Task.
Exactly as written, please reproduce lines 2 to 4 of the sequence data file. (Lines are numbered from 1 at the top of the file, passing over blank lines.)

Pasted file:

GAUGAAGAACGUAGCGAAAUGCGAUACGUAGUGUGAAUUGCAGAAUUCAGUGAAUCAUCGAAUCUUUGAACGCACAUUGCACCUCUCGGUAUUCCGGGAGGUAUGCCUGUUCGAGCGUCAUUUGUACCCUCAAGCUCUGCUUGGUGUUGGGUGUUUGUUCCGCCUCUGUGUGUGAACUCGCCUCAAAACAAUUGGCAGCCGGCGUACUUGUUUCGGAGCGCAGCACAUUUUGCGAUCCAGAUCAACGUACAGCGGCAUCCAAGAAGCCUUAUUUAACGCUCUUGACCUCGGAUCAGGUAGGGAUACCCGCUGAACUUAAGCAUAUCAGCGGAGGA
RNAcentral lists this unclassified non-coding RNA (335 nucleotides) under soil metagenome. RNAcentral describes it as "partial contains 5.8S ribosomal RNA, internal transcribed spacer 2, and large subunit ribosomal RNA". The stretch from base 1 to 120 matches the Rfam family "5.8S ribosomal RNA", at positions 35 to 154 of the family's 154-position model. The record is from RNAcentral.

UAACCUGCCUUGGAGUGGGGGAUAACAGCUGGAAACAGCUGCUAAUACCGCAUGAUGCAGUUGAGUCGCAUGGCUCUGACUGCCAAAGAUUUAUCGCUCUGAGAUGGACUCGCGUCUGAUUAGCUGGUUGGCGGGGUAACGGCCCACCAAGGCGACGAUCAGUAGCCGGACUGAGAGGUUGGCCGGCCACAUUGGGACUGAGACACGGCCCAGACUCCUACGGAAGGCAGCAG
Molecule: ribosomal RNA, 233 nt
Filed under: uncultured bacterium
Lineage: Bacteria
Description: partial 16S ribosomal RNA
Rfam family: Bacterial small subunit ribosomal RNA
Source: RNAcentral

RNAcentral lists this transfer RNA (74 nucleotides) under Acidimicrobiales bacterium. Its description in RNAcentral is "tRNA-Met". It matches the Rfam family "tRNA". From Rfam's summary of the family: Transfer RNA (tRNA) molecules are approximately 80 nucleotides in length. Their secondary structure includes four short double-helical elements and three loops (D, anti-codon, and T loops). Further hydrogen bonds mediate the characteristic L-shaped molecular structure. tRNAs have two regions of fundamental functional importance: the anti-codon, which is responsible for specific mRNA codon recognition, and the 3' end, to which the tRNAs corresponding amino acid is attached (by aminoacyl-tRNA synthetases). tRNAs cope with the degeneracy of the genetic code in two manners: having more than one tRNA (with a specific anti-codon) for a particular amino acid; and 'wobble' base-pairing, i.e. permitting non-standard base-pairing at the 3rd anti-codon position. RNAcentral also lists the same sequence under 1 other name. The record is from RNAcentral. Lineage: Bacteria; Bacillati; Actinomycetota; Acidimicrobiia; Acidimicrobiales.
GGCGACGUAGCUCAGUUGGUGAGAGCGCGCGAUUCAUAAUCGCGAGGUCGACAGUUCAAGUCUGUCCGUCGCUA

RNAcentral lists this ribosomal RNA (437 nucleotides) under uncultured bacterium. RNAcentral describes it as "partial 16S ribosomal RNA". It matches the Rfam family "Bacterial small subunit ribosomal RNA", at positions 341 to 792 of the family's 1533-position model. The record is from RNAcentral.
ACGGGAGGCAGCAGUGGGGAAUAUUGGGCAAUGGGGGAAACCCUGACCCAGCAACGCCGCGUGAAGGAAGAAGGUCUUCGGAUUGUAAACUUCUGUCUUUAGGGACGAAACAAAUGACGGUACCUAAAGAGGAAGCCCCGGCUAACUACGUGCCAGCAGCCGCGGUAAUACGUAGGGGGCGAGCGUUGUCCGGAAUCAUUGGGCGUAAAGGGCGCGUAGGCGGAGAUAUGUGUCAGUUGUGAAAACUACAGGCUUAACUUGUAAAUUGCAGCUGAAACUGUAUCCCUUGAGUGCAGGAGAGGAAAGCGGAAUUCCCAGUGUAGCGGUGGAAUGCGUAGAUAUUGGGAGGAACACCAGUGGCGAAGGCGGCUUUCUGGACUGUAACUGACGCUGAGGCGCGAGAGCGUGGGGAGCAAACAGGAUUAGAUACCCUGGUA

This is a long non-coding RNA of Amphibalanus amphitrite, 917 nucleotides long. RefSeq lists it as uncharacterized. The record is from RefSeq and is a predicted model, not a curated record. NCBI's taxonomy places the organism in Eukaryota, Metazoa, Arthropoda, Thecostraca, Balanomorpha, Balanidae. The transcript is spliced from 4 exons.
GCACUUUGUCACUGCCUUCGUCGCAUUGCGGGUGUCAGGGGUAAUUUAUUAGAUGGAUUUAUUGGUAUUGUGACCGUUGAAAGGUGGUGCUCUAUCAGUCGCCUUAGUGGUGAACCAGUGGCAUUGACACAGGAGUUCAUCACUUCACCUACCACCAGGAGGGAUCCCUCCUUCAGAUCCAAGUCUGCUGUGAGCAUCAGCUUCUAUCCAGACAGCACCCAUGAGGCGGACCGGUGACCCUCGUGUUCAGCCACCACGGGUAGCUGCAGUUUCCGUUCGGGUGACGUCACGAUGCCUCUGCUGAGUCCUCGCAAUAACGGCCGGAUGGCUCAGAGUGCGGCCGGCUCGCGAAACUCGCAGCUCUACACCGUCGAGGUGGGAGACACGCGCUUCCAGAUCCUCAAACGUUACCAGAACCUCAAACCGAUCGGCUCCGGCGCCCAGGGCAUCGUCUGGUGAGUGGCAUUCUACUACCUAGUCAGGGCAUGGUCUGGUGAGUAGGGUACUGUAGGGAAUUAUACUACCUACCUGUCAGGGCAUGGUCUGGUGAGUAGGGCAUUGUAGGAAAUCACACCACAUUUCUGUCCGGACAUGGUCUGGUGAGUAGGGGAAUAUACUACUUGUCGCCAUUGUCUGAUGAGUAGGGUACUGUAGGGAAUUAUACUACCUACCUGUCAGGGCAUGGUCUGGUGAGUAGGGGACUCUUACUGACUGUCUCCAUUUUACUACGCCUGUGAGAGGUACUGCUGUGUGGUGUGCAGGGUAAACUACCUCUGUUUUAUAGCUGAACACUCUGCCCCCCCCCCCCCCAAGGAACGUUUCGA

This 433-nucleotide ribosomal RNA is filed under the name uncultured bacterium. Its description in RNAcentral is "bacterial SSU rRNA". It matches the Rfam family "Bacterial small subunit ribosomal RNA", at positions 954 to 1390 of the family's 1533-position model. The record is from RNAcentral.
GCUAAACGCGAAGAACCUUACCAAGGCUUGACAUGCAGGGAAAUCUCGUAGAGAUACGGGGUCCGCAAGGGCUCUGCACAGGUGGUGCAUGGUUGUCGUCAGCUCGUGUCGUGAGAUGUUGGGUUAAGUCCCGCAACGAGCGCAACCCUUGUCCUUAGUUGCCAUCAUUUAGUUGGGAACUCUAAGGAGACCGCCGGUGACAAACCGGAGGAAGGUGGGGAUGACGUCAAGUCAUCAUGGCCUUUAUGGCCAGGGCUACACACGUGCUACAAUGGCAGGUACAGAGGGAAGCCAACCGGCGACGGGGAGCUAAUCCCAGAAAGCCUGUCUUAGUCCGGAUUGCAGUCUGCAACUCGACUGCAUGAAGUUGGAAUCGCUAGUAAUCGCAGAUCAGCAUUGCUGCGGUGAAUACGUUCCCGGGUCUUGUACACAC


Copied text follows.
RNAcentral lists this unclassified non-coding RNA (335 nucleotides) under soil metagenome. RNAcentral describes it as "partial contains 5.8S ribosomal RNA, internal transcribed spacer 2, and large subunit ribosomal RNA". The stretch from base 1 to 120 matches the Rfam family "5.8S ribosomal RNA", at positions 35 to 154 of the family's 154-position model. The record is from RNAcentral.

UAACCUGCCUUGGAGUGGGGGAUAACAGCUGGAAACAGCUGCUAAUACCGCAUGAUGCAGUUGAGUCGCAUGGCUCUGACUGCCAAAGAUUUAUCGCUCUGAGAUGGACUCGCGUCUGAUUAGCUGGUUGGCGGGGUAACGGCCCACCAAGGCGACGAUCAGUAGCCGGACUGAGAGGUUGGCCGGCCACAUUGGGACUGAGACACGGCCCAGACUCCUACGGAAGGCAGCAG
Molecule: ribosomal RNA, 233 nt